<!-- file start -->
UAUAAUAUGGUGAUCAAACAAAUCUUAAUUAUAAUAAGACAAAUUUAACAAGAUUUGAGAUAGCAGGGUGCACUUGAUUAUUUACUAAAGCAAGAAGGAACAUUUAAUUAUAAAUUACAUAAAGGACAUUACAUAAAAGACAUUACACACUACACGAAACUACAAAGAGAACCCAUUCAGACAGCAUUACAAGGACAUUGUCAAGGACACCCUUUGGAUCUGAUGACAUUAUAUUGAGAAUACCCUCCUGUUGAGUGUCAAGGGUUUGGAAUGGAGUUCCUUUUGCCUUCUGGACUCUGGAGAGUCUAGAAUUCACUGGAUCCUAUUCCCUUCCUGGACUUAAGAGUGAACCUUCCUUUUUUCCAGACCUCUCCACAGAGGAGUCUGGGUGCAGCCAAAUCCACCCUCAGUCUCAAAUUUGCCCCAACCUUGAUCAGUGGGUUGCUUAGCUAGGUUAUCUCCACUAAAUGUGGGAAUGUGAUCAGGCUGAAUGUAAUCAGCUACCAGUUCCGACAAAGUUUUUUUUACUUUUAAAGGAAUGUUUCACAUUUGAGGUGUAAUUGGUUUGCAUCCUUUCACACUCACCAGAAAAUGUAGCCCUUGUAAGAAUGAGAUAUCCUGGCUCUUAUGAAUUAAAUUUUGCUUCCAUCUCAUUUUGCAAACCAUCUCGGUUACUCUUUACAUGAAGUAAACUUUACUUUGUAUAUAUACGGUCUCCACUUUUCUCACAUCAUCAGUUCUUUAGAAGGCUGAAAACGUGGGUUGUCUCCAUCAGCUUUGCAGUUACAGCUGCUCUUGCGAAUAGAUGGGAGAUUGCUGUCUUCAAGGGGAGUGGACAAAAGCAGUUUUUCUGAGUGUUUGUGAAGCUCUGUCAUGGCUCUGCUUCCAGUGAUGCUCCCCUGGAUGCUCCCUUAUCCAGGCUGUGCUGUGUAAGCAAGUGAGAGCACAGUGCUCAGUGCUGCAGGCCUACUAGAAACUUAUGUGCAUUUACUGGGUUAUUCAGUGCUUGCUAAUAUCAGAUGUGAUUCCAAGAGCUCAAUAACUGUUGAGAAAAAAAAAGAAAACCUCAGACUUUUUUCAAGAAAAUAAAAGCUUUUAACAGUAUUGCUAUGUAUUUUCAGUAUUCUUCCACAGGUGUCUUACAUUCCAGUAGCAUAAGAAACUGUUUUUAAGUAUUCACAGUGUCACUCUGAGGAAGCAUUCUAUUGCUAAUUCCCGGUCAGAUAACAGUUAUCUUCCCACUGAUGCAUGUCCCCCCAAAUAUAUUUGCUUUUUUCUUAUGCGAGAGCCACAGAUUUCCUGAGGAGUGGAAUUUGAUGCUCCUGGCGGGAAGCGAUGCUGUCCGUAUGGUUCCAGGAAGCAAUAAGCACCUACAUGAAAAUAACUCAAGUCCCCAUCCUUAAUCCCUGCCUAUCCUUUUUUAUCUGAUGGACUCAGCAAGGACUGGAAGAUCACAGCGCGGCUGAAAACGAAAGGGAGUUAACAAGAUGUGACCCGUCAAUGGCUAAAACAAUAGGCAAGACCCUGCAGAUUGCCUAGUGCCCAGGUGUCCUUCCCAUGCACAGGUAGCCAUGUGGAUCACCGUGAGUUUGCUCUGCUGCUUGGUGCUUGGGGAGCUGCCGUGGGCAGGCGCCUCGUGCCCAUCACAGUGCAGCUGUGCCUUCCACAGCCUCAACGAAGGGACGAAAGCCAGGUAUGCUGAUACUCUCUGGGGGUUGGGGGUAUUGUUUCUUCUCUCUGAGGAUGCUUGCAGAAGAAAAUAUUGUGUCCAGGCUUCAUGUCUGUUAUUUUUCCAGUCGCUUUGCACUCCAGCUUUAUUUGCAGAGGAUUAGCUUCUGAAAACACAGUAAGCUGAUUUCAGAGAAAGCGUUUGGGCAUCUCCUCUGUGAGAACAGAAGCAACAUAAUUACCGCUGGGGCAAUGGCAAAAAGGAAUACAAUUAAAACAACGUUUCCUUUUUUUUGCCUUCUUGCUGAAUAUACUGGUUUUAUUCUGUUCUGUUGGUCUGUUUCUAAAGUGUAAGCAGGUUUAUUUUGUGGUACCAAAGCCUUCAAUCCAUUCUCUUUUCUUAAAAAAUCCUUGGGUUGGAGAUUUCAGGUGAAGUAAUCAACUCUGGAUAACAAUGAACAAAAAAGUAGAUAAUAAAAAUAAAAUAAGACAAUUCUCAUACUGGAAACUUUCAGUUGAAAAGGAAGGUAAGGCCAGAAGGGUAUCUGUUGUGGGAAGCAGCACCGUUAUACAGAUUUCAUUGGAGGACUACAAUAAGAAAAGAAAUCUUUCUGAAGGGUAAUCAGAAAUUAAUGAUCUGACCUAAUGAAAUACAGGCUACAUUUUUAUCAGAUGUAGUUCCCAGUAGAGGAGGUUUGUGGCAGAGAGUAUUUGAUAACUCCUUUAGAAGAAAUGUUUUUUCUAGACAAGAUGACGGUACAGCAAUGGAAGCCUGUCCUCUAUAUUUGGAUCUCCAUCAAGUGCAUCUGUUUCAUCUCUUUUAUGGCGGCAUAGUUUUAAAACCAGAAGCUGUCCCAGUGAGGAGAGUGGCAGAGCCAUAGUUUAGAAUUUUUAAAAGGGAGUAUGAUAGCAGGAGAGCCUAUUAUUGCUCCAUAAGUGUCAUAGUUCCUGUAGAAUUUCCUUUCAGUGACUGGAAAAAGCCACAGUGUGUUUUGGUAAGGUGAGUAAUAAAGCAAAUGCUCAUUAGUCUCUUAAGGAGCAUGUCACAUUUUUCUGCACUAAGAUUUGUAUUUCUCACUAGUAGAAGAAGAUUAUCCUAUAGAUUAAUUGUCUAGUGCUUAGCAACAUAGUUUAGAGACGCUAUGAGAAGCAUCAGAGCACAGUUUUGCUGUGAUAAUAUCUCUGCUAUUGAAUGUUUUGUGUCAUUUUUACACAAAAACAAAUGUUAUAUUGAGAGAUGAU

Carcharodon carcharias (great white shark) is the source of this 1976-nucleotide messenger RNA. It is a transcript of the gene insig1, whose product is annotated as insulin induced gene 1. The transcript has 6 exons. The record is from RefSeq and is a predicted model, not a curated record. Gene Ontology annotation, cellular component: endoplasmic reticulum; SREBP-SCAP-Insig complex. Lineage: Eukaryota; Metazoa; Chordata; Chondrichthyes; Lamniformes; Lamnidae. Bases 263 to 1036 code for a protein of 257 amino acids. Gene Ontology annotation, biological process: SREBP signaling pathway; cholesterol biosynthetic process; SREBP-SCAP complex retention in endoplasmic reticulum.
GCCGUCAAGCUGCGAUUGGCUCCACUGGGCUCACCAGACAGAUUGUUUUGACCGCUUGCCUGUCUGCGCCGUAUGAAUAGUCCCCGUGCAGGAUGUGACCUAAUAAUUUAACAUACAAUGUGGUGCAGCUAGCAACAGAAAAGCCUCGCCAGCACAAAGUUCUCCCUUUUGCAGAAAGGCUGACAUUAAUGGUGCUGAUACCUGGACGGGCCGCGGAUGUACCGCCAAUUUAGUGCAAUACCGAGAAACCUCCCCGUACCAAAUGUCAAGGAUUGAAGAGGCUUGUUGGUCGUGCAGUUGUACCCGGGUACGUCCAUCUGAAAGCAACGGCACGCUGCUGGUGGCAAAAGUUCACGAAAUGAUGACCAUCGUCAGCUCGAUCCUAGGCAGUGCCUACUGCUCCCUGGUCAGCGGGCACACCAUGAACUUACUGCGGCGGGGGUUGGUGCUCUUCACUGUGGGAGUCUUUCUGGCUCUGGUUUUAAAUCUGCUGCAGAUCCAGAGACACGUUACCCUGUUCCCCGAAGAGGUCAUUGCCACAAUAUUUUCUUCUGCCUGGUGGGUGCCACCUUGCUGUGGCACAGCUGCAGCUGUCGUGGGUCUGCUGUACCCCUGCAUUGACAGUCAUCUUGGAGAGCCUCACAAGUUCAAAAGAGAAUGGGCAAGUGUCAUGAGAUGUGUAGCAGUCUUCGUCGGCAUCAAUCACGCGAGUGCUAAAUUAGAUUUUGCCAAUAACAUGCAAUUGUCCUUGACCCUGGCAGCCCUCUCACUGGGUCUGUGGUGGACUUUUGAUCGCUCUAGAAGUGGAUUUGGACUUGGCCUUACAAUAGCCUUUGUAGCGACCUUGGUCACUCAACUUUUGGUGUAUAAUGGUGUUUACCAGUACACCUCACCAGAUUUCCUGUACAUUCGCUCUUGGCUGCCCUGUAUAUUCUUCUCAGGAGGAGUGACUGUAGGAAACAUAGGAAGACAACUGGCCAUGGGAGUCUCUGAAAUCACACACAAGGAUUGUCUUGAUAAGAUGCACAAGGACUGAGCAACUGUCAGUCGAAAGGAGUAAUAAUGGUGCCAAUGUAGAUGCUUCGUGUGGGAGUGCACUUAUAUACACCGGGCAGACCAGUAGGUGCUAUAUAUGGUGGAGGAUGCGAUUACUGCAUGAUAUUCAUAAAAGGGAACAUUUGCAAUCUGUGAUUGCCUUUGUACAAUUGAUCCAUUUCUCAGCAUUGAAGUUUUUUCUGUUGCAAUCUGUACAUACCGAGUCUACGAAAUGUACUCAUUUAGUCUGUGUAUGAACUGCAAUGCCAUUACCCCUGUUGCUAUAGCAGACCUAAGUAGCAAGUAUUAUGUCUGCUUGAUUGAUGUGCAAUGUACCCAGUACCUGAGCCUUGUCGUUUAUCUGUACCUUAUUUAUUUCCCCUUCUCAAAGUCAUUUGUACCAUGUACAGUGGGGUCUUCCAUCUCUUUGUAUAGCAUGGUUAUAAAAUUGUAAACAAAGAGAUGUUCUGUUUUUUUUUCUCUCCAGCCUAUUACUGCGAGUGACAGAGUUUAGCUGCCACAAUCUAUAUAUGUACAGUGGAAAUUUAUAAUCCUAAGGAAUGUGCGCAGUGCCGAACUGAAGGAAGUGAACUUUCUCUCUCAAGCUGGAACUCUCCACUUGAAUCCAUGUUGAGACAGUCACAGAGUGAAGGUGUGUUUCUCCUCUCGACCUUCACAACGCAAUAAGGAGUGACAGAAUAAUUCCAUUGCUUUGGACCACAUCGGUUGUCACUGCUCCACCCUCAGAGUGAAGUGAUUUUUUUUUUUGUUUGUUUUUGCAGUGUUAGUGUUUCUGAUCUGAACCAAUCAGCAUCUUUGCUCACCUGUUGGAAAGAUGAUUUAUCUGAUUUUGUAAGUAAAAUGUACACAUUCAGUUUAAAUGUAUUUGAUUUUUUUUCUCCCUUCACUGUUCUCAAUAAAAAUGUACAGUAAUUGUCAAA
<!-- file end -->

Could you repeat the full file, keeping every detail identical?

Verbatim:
UAUAAUAUGGUGAUCAAACAAAUCUUAAUUAUAAUAAGACAAAUUUAACAAGAUUUGAGAUAGCAGGGUGCACUUGAUUAUUUACUAAAGCAAGAAGGAACAUUUAAUUAUAAAUUACAUAAAGGACAUUACAUAAAAGACAUUACACACUACACGAAACUACAAAGAGAACCCAUUCAGACAGCAUUACAAGGACAUUGUCAAGGACACCCUUUGGAUCUGAUGACAUUAUAUUGAGAAUACCCUCCUGUUGAGUGUCAAGGGUUUGGAAUGGAGUUCCUUUUGCCUUCUGGACUCUGGAGAGUCUAGAAUUCACUGGAUCCUAUUCCCUUCCUGGACUUAAGAGUGAACCUUCCUUUUUUCCAGACCUCUCCACAGAGGAGUCUGGGUGCAGCCAAAUCCACCCUCAGUCUCAAAUUUGCCCCAACCUUGAUCAGUGGGUUGCUUAGCUAGGUUAUCUCCACUAAAUGUGGGAAUGUGAUCAGGCUGAAUGUAAUCAGCUACCAGUUCCGACAAAGUUUUUUUUACUUUUAAAGGAAUGUUUCACAUUUGAGGUGUAAUUGGUUUGCAUCCUUUCACACUCACCAGAAAAUGUAGCCCUUGUAAGAAUGAGAUAUCCUGGCUCUUAUGAAUUAAAUUUUGCUUCCAUCUCAUUUUGCAAACCAUCUCGGUUACUCUUUACAUGAAGUAAACUUUACUUUGUAUAUAUACGGUCUCCACUUUUCUCACAUCAUCAGUUCUUUAGAAGGCUGAAAACGUGGGUUGUCUCCAUCAGCUUUGCAGUUACAGCUGCUCUUGCGAAUAGAUGGGAGAUUGCUGUCUUCAAGGGGAGUGGACAAAAGCAGUUUUUCUGAGUGUUUGUGAAGCUCUGUCAUGGCUCUGCUUCCAGUGAUGCUCCCCUGGAUGCUCCCUUAUCCAGGCUGUGCUGUGUAAGCAAGUGAGAGCACAGUGCUCAGUGCUGCAGGCCUACUAGAAACUUAUGUGCAUUUACUGGGUUAUUCAGUGCUUGCUAAUAUCAGAUGUGAUUCCAAGAGCUCAAUAACUGUUGAGAAAAAAAAAGAAAACCUCAGACUUUUUUCAAGAAAAUAAAAGCUUUUAACAGUAUUGCUAUGUAUUUUCAGUAUUCUUCCACAGGUGUCUUACAUUCCAGUAGCAUAAGAAACUGUUUUUAAGUAUUCACAGUGUCACUCUGAGGAAGCAUUCUAUUGCUAAUUCCCGGUCAGAUAACAGUUAUCUUCCCACUGAUGCAUGUCCCCCCAAAUAUAUUUGCUUUUUUCUUAUGCGAGAGCCACAGAUUUCCUGAGGAGUGGAAUUUGAUGCUCCUGGCGGGAAGCGAUGCUGUCCGUAUGGUUCCAGGAAGCAAUAAGCACCUACAUGAAAAUAACUCAAGUCCCCAUCCUUAAUCCCUGCCUAUCCUUUUUUAUCUGAUGGACUCAGCAAGGACUGGAAGAUCACAGCGCGGCUGAAAACGAAAGGGAGUUAACAAGAUGUGACCCGUCAAUGGCUAAAACAAUAGGCAAGACCCUGCAGAUUGCCUAGUGCCCAGGUGUCCUUCCCAUGCACAGGUAGCCAUGUGGAUCACCGUGAGUUUGCUCUGCUGCUUGGUGCUUGGGGAGCUGCCGUGGGCAGGCGCCUCGUGCCCAUCACAGUGCAGCUGUGCCUUCCACAGCCUCAACGAAGGGACGAAAGCCAGGUAUGCUGAUACUCUCUGGGGGUUGGGGGUAUUGUUUCUUCUCUCUGAGGAUGCUUGCAGAAGAAAAUAUUGUGUCCAGGCUUCAUGUCUGUUAUUUUUCCAGUCGCUUUGCACUCCAGCUUUAUUUGCAGAGGAUUAGCUUCUGAAAACACAGUAAGCUGAUUUCAGAGAAAGCGUUUGGGCAUCUCCUCUGUGAGAACAGAAGCAACAUAAUUACCGCUGGGGCAAUGGCAAAAAGGAAUACAAUUAAAACAACGUUUCCUUUUUUUUGCCUUCUUGCUGAAUAUACUGGUUUUAUUCUGUUCUGUUGGUCUGUUUCUAAAGUGUAAGCAGGUUUAUUUUGUGGUACCAAAGCCUUCAAUCCAUUCUCUUUUCUUAAAAAAUCCUUGGGUUGGAGAUUUCAGGUGAAGUAAUCAACUCUGGAUAACAAUGAACAAAAAAGUAGAUAAUAAAAAUAAAAUAAGACAAUUCUCAUACUGGAAACUUUCAGUUGAAAAGGAAGGUAAGGCCAGAAGGGUAUCUGUUGUGGGAAGCAGCACCGUUAUACAGAUUUCAUUGGAGGACUACAAUAAGAAAAGAAAUCUUUCUGAAGGGUAAUCAGAAAUUAAUGAUCUGACCUAAUGAAAUACAGGCUACAUUUUUAUCAGAUGUAGUUCCCAGUAGAGGAGGUUUGUGGCAGAGAGUAUUUGAUAACUCCUUUAGAAGAAAUGUUUUUUCUAGACAAGAUGACGGUACAGCAAUGGAAGCCUGUCCUCUAUAUUUGGAUCUCCAUCAAGUGCAUCUGUUUCAUCUCUUUUAUGGCGGCAUAGUUUUAAAACCAGAAGCUGUCCCAGUGAGGAGAGUGGCAGAGCCAUAGUUUAGAAUUUUUAAAAGGGAGUAUGAUAGCAGGAGAGCCUAUUAUUGCUCCAUAAGUGUCAUAGUUCCUGUAGAAUUUCCUUUCAGUGACUGGAAAAAGCCACAGUGUGUUUUGGUAAGGUGAGUAAUAAAGCAAAUGCUCAUUAGUCUCUUAAGGAGCAUGUCACAUUUUUCUGCACUAAGAUUUGUAUUUCUCACUAGUAGAAGAAGAUUAUCCUAUAGAUUAAUUGUCUAGUGCUUAGCAACAUAGUUUAGAGACGCUAUGAGAAGCAUCAGAGCACAGUUUUGCUGUGAUAAUAUCUCUGCUAUUGAAUGUUUUGUGUCAUUUUUACACAAAAACAAAUGUUAUAUUGAGAGAUGAU

Carcharodon carcharias (great white shark) is the source of this 1976-nucleotide messenger RNA. It is a transcript of the gene insig1, whose product is annotated as insulin induced gene 1. The transcript has 6 exons. The record is from RefSeq and is a predicted model, not a curated record. Gene Ontology annotation, cellular component: endoplasmic reticulum; SREBP-SCAP-Insig complex. Lineage: Eukaryota; Metazoa; Chordata; Chondrichthyes; Lamniformes; Lamnidae. Bases 263 to 1036 code for a protein of 257 amino acids. Gene Ontology annotation, biological process: SREBP signaling pathway; cholesterol biosynthetic process; SREBP-SCAP complex retention in endoplasmic reticulum.
GCCGUCAAGCUGCGAUUGGCUCCACUGGGCUCACCAGACAGAUUGUUUUGACCGCUUGCCUGUCUGCGCCGUAUGAAUAGUCCCCGUGCAGGAUGUGACCUAAUAAUUUAACAUACAAUGUGGUGCAGCUAGCAACAGAAAAGCCUCGCCAGCACAAAGUUCUCCCUUUUGCAGAAAGGCUGACAUUAAUGGUGCUGAUACCUGGACGGGCCGCGGAUGUACCGCCAAUUUAGUGCAAUACCGAGAAACCUCCCCGUACCAAAUGUCAAGGAUUGAAGAGGCUUGUUGGUCGUGCAGUUGUACCCGGGUACGUCCAUCUGAAAGCAACGGCACGCUGCUGGUGGCAAAAGUUCACGAAAUGAUGACCAUCGUCAGCUCGAUCCUAGGCAGUGCCUACUGCUCCCUGGUCAGCGGGCACACCAUGAACUUACUGCGGCGGGGGUUGGUGCUCUUCACUGUGGGAGUCUUUCUGGCUCUGGUUUUAAAUCUGCUGCAGAUCCAGAGACACGUUACCCUGUUCCCCGAAGAGGUCAUUGCCACAAUAUUUUCUUCUGCCUGGUGGGUGCCACCUUGCUGUGGCACAGCUGCAGCUGUCGUGGGUCUGCUGUACCCCUGCAUUGACAGUCAUCUUGGAGAGCCUCACAAGUUCAAAAGAGAAUGGGCAAGUGUCAUGAGAUGUGUAGCAGUCUUCGUCGGCAUCAAUCACGCGAGUGCUAAAUUAGAUUUUGCCAAUAACAUGCAAUUGUCCUUGACCCUGGCAGCCCUCUCACUGGGUCUGUGGUGGACUUUUGAUCGCUCUAGAAGUGGAUUUGGACUUGGCCUUACAAUAGCCUUUGUAGCGACCUUGGUCACUCAACUUUUGGUGUAUAAUGGUGUUUACCAGUACACCUCACCAGAUUUCCUGUACAUUCGCUCUUGGCUGCCCUGUAUAUUCUUCUCAGGAGGAGUGACUGUAGGAAACAUAGGAAGACAACUGGCCAUGGGAGUCUCUGAAAUCACACACAAGGAUUGUCUUGAUAAGAUGCACAAGGACUGAGCAACUGUCAGUCGAAAGGAGUAAUAAUGGUGCCAAUGUAGAUGCUUCGUGUGGGAGUGCACUUAUAUACACCGGGCAGACCAGUAGGUGCUAUAUAUGGUGGAGGAUGCGAUUACUGCAUGAUAUUCAUAAAAGGGAACAUUUGCAAUCUGUGAUUGCCUUUGUACAAUUGAUCCAUUUCUCAGCAUUGAAGUUUUUUCUGUUGCAAUCUGUACAUACCGAGUCUACGAAAUGUACUCAUUUAGUCUGUGUAUGAACUGCAAUGCCAUUACCCCUGUUGCUAUAGCAGACCUAAGUAGCAAGUAUUAUGUCUGCUUGAUUGAUGUGCAAUGUACCCAGUACCUGAGCCUUGUCGUUUAUCUGUACCUUAUUUAUUUCCCCUUCUCAAAGUCAUUUGUACCAUGUACAGUGGGGUCUUCCAUCUCUUUGUAUAGCAUGGUUAUAAAAUUGUAAACAAAGAGAUGUUCUGUUUUUUUUUCUCUCCAGCCUAUUACUGCGAGUGACAGAGUUUAGCUGCCACAAUCUAUAUAUGUACAGUGGAAAUUUAUAAUCCUAAGGAAUGUGCGCAGUGCCGAACUGAAGGAAGUGAACUUUCUCUCUCAAGCUGGAACUCUCCACUUGAAUCCAUGUUGAGACAGUCACAGAGUGAAGGUGUGUUUCUCCUCUCGACCUUCACAACGCAAUAAGGAGUGACAGAAUAAUUCCAUUGCUUUGGACCACAUCGGUUGUCACUGCUCCACCCUCAGAGUGAAGUGAUUUUUUUUUUUGUUUGUUUUUGCAGUGUUAGUGUUUCUGAUCUGAACCAAUCAGCAUCUUUGCUCACCUGUUGGAAAGAUGAUUUAUCUGAUUUUGUAAGUAAAAUGUACACAUUCAGUUUAAAUGUAUUUGAUUUUUUUUCUCCCUUCACUGUUCUCAAUAAAAAUGUACAGUAAUUGUCAAA